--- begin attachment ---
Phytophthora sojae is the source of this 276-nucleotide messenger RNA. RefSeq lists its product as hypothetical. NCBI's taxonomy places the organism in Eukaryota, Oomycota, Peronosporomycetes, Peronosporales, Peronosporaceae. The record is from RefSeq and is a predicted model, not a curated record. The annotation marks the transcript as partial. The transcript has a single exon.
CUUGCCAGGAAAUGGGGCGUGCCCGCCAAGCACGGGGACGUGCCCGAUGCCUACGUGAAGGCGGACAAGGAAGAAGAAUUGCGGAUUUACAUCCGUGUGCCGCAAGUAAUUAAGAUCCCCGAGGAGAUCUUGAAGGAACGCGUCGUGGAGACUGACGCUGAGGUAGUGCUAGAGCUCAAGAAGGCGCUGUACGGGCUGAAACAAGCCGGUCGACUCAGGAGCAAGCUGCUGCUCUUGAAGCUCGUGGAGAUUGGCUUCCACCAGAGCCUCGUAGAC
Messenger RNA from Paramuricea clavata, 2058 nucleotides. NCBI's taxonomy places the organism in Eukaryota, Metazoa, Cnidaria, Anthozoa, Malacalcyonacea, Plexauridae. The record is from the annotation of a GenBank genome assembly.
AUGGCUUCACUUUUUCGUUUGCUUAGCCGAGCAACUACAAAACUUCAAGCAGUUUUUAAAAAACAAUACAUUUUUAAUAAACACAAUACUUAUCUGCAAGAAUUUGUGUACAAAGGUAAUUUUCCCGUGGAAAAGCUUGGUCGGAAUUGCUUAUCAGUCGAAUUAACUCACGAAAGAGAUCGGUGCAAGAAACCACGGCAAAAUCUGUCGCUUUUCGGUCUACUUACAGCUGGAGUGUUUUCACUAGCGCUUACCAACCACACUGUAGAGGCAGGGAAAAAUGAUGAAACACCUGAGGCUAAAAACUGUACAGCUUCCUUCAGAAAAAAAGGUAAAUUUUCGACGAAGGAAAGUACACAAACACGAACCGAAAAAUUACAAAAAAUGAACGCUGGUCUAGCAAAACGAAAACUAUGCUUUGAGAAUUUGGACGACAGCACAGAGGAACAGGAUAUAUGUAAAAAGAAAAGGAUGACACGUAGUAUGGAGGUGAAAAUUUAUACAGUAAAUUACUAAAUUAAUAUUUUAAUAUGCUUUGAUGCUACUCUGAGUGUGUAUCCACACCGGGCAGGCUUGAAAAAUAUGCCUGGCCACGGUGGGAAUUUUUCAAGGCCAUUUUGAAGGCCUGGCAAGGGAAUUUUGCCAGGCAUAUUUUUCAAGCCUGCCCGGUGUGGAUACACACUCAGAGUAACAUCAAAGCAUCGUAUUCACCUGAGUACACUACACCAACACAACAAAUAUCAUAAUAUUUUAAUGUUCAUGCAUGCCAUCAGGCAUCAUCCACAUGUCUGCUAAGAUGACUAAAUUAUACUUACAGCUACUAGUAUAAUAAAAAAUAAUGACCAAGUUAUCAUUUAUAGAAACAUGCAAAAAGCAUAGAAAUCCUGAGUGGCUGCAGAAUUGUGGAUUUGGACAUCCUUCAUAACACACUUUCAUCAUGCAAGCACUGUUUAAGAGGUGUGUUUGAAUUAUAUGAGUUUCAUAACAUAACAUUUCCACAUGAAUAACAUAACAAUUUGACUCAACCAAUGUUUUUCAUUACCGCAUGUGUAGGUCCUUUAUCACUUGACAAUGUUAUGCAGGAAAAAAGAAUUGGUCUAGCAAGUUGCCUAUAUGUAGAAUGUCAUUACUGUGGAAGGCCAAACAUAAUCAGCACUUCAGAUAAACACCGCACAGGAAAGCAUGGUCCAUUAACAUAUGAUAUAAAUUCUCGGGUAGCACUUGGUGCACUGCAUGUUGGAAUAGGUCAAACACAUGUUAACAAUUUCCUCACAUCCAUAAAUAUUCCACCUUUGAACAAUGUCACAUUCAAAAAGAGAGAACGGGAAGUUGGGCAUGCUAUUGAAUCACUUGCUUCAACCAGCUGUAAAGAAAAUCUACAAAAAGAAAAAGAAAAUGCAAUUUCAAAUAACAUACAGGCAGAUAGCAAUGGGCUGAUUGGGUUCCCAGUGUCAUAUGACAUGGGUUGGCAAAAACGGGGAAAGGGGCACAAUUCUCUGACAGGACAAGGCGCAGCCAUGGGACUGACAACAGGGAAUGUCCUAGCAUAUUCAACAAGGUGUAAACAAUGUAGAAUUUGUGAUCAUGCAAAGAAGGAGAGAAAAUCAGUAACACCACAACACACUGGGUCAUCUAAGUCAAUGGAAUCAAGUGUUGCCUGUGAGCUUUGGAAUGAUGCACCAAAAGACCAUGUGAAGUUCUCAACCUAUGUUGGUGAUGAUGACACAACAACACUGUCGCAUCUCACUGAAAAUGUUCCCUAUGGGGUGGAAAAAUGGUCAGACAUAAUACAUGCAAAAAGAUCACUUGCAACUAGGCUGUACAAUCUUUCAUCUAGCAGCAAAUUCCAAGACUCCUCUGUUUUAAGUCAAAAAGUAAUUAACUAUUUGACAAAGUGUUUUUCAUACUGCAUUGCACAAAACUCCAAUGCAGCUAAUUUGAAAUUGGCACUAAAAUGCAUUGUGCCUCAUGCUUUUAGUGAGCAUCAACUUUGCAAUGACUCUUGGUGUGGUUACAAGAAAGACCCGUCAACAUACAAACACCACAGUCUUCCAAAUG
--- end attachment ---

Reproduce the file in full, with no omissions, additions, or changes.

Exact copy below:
Phytophthora sojae is the source of this 276-nucleotide messenger RNA. RefSeq lists its product as hypothetical. NCBI's taxonomy places the organism in Eukaryota, Oomycota, Peronosporomycetes, Peronosporales, Peronosporaceae. The record is from RefSeq and is a predicted model, not a curated record. The annotation marks the transcript as partial. The transcript has a single exon.
CUUGCCAGGAAAUGGGGCGUGCCCGCCAAGCACGGGGACGUGCCCGAUGCCUACGUGAAGGCGGACAAGGAAGAAGAAUUGCGGAUUUACAUCCGUGUGCCGCAAGUAAUUAAGAUCCCCGAGGAGAUCUUGAAGGAACGCGUCGUGGAGACUGACGCUGAGGUAGUGCUAGAGCUCAAGAAGGCGCUGUACGGGCUGAAACAAGCCGGUCGACUCAGGAGCAAGCUGCUGCUCUUGAAGCUCGUGGAGAUUGGCUUCCACCAGAGCCUCGUAGAC
Messenger RNA from Paramuricea clavata, 2058 nucleotides. NCBI's taxonomy places the organism in Eukaryota, Metazoa, Cnidaria, Anthozoa, Malacalcyonacea, Plexauridae. The record is from the annotation of a GenBank genome assembly.
AUGGCUUCACUUUUUCGUUUGCUUAGCCGAGCAACUACAAAACUUCAAGCAGUUUUUAAAAAACAAUACAUUUUUAAUAAACACAAUACUUAUCUGCAAGAAUUUGUGUACAAAGGUAAUUUUCCCGUGGAAAAGCUUGGUCGGAAUUGCUUAUCAGUCGAAUUAACUCACGAAAGAGAUCGGUGCAAGAAACCACGGCAAAAUCUGUCGCUUUUCGGUCUACUUACAGCUGGAGUGUUUUCACUAGCGCUUACCAACCACACUGUAGAGGCAGGGAAAAAUGAUGAAACACCUGAGGCUAAAAACUGUACAGCUUCCUUCAGAAAAAAAGGUAAAUUUUCGACGAAGGAAAGUACACAAACACGAACCGAAAAAUUACAAAAAAUGAACGCUGGUCUAGCAAAACGAAAACUAUGCUUUGAGAAUUUGGACGACAGCACAGAGGAACAGGAUAUAUGUAAAAAGAAAAGGAUGACACGUAGUAUGGAGGUGAAAAUUUAUACAGUAAAUUACUAAAUUAAUAUUUUAAUAUGCUUUGAUGCUACUCUGAGUGUGUAUCCACACCGGGCAGGCUUGAAAAAUAUGCCUGGCCACGGUGGGAAUUUUUCAAGGCCAUUUUGAAGGCCUGGCAAGGGAAUUUUGCCAGGCAUAUUUUUCAAGCCUGCCCGGUGUGGAUACACACUCAGAGUAACAUCAAAGCAUCGUAUUCACCUGAGUACACUACACCAACACAACAAAUAUCAUAAUAUUUUAAUGUUCAUGCAUGCCAUCAGGCAUCAUCCACAUGUCUGCUAAGAUGACUAAAUUAUACUUACAGCUACUAGUAUAAUAAAAAAUAAUGACCAAGUUAUCAUUUAUAGAAACAUGCAAAAAGCAUAGAAAUCCUGAGUGGCUGCAGAAUUGUGGAUUUGGACAUCCUUCAUAACACACUUUCAUCAUGCAAGCACUGUUUAAGAGGUGUGUUUGAAUUAUAUGAGUUUCAUAACAUAACAUUUCCACAUGAAUAACAUAACAAUUUGACUCAACCAAUGUUUUUCAUUACCGCAUGUGUAGGUCCUUUAUCACUUGACAAUGUUAUGCAGGAAAAAAGAAUUGGUCUAGCAAGUUGCCUAUAUGUAGAAUGUCAUUACUGUGGAAGGCCAAACAUAAUCAGCACUUCAGAUAAACACCGCACAGGAAAGCAUGGUCCAUUAACAUAUGAUAUAAAUUCUCGGGUAGCACUUGGUGCACUGCAUGUUGGAAUAGGUCAAACACAUGUUAACAAUUUCCUCACAUCCAUAAAUAUUCCACCUUUGAACAAUGUCACAUUCAAAAAGAGAGAACGGGAAGUUGGGCAUGCUAUUGAAUCACUUGCUUCAACCAGCUGUAAAGAAAAUCUACAAAAAGAAAAAGAAAAUGCAAUUUCAAAUAACAUACAGGCAGAUAGCAAUGGGCUGAUUGGGUUCCCAGUGUCAUAUGACAUGGGUUGGCAAAAACGGGGAAAGGGGCACAAUUCUCUGACAGGACAAGGCGCAGCCAUGGGACUGACAACAGGGAAUGUCCUAGCAUAUUCAACAAGGUGUAAACAAUGUAGAAUUUGUGAUCAUGCAAAGAAGGAGAGAAAAUCAGUAACACCACAACACACUGGGUCAUCUAAGUCAAUGGAAUCAAGUGUUGCCUGUGAGCUUUGGAAUGAUGCACCAAAAGACCAUGUGAAGUUCUCAACCUAUGUUGGUGAUGAUGACACAACAACACUGUCGCAUCUCACUGAAAAUGUUCCCUAUGGGGUGGAAAAAUGGUCAGACAUAAUACAUGCAAAAAGAUCACUUGCAACUAGGCUGUACAAUCUUUCAUCUAGCAGCAAAUUCCAAGACUCCUCUGUUUUAAGUCAAAAAGUAAUUAACUAUUUGACAAAGUGUUUUUCAUACUGCAUUGCACAAAACUCCAAUGCAGCUAAUUUGAAAUUGGCACUAAAAUGCAUUGUGCCUCAUGCUUUUAGUGAGCAUCAACUUUGCAAUGACUCUUGGUGUGGUUACAAGAAAGACCCGUCAACAUACAAACACCACAGUCUUCCAAAUG